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Broken trust: when a criminal becomes your friend on Facebook

Created: 20 Feb 2009 • Updated: 08 Aug 2012
Vicente's picture
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Can you get scammed and lose money when you rely on social network sites to connect with friends ? Unfortunately the answer is yes.

A few weeks ago, my friend Beny stepped up to help one of his friends, Bryan, who was robbed at gunpoint in a foreign country.

We've all heard about friends getting in trouble during a trip, but what was new here was the fact that the distress call and help request came via Facebook status updates and instant messages.

As it turns out, the distress call was fraudulent and my friend ended up wiring a total of $1,143 to some fraudster account in England.

How could this happen ? Somehow, a fraudster got a hold of Bryan's Facebook username and password, studied his profile and started to reach out to his friends with the harrowing news and the request for help. The fraudsters were able to sound legitimate when instant messaging to Beny as they casually dropped bits and pieces of personal information that only Brian would know. Or, shall we say, only anyone with access to Brian's account would know. They went so far as leaving voice messages on Beny's phone asking for more money for Brian. After that, all that was left between the fraudsters and the money was Beny's good heart and a wire transfer.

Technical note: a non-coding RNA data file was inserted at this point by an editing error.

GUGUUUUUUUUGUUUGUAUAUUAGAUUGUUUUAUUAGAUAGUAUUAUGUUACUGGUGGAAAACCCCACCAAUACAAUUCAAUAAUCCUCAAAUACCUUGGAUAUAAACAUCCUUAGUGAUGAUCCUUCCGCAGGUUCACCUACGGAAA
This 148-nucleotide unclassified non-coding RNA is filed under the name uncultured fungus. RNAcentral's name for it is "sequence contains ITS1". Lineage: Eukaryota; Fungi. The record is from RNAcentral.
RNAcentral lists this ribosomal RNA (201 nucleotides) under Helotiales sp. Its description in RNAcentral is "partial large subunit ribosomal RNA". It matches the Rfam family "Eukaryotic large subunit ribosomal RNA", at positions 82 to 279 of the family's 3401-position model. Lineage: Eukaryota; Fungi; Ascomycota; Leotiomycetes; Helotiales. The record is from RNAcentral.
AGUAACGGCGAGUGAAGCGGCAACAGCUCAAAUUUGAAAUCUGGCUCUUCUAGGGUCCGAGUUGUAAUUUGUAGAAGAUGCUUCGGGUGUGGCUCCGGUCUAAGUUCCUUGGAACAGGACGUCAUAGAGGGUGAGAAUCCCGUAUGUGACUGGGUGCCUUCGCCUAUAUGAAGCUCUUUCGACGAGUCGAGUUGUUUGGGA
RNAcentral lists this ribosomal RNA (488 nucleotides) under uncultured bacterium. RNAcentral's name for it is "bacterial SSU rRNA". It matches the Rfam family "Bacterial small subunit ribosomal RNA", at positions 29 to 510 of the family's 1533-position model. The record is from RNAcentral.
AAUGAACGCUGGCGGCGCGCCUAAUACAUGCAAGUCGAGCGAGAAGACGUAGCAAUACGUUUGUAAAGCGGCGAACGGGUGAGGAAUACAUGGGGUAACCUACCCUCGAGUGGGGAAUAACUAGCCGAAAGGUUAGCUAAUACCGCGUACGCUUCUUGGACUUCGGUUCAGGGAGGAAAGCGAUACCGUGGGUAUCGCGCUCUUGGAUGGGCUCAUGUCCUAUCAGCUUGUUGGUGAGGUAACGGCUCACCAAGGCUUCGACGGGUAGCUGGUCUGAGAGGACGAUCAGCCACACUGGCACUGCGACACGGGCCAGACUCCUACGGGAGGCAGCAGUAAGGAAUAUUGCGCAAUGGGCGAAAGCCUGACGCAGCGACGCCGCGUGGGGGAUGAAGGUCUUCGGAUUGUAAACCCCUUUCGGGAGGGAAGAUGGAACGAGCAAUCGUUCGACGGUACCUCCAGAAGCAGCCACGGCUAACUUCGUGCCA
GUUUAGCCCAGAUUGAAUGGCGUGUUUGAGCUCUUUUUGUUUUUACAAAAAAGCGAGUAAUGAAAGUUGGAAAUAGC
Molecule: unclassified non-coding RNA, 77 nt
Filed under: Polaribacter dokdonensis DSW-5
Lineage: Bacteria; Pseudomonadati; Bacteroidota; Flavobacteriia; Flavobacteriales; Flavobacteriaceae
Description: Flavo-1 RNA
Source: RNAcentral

Why are we seeing an increase in these types of attacks against non-financial sites (see also Twitter and Yahoo) ? Well, the answer is that fraudsters and criminals are always looking for the weakest link that can help them get access to your wallet.

Over the last 3 years, banks have stepped up their online banking security with measures such as second factor and risk based authentication. The bad guys did take note of that and are now trying to use the same tools they used against the banks to get access to your email, social network or work applications. There they can find information that can help them get access to your money without having to face the bank's security systems.

What is interesting about social networks is that it doesn't matter that you protect your own passwords, use the latest and greatest anti-virus or only transact with well authenticated EV sites. If any of your social network friends make a mistake and lose their Facebook or MySpace password, now your private information is exposed to a stranger or maybe even a criminal.

All that said, I'm a strong believer in the value of social networks and the hundreds of millions of people accessing them cannot be wrong: the power of sharing information online is really here to stay and we have only seen the beginning of this social fabric that we are building on top of the Internet.

What social network providers need to realize is that the growth and eventual monetization of these networks will depend on how well the user's data, identity and privacy is protected.

Beny will soon forget the $1000 or so that he lost, but I bet he won't recover his trust on social networks for a long time to come.

For more details on Beny and Bryan's case check the following video:

Embedded video from CNN Video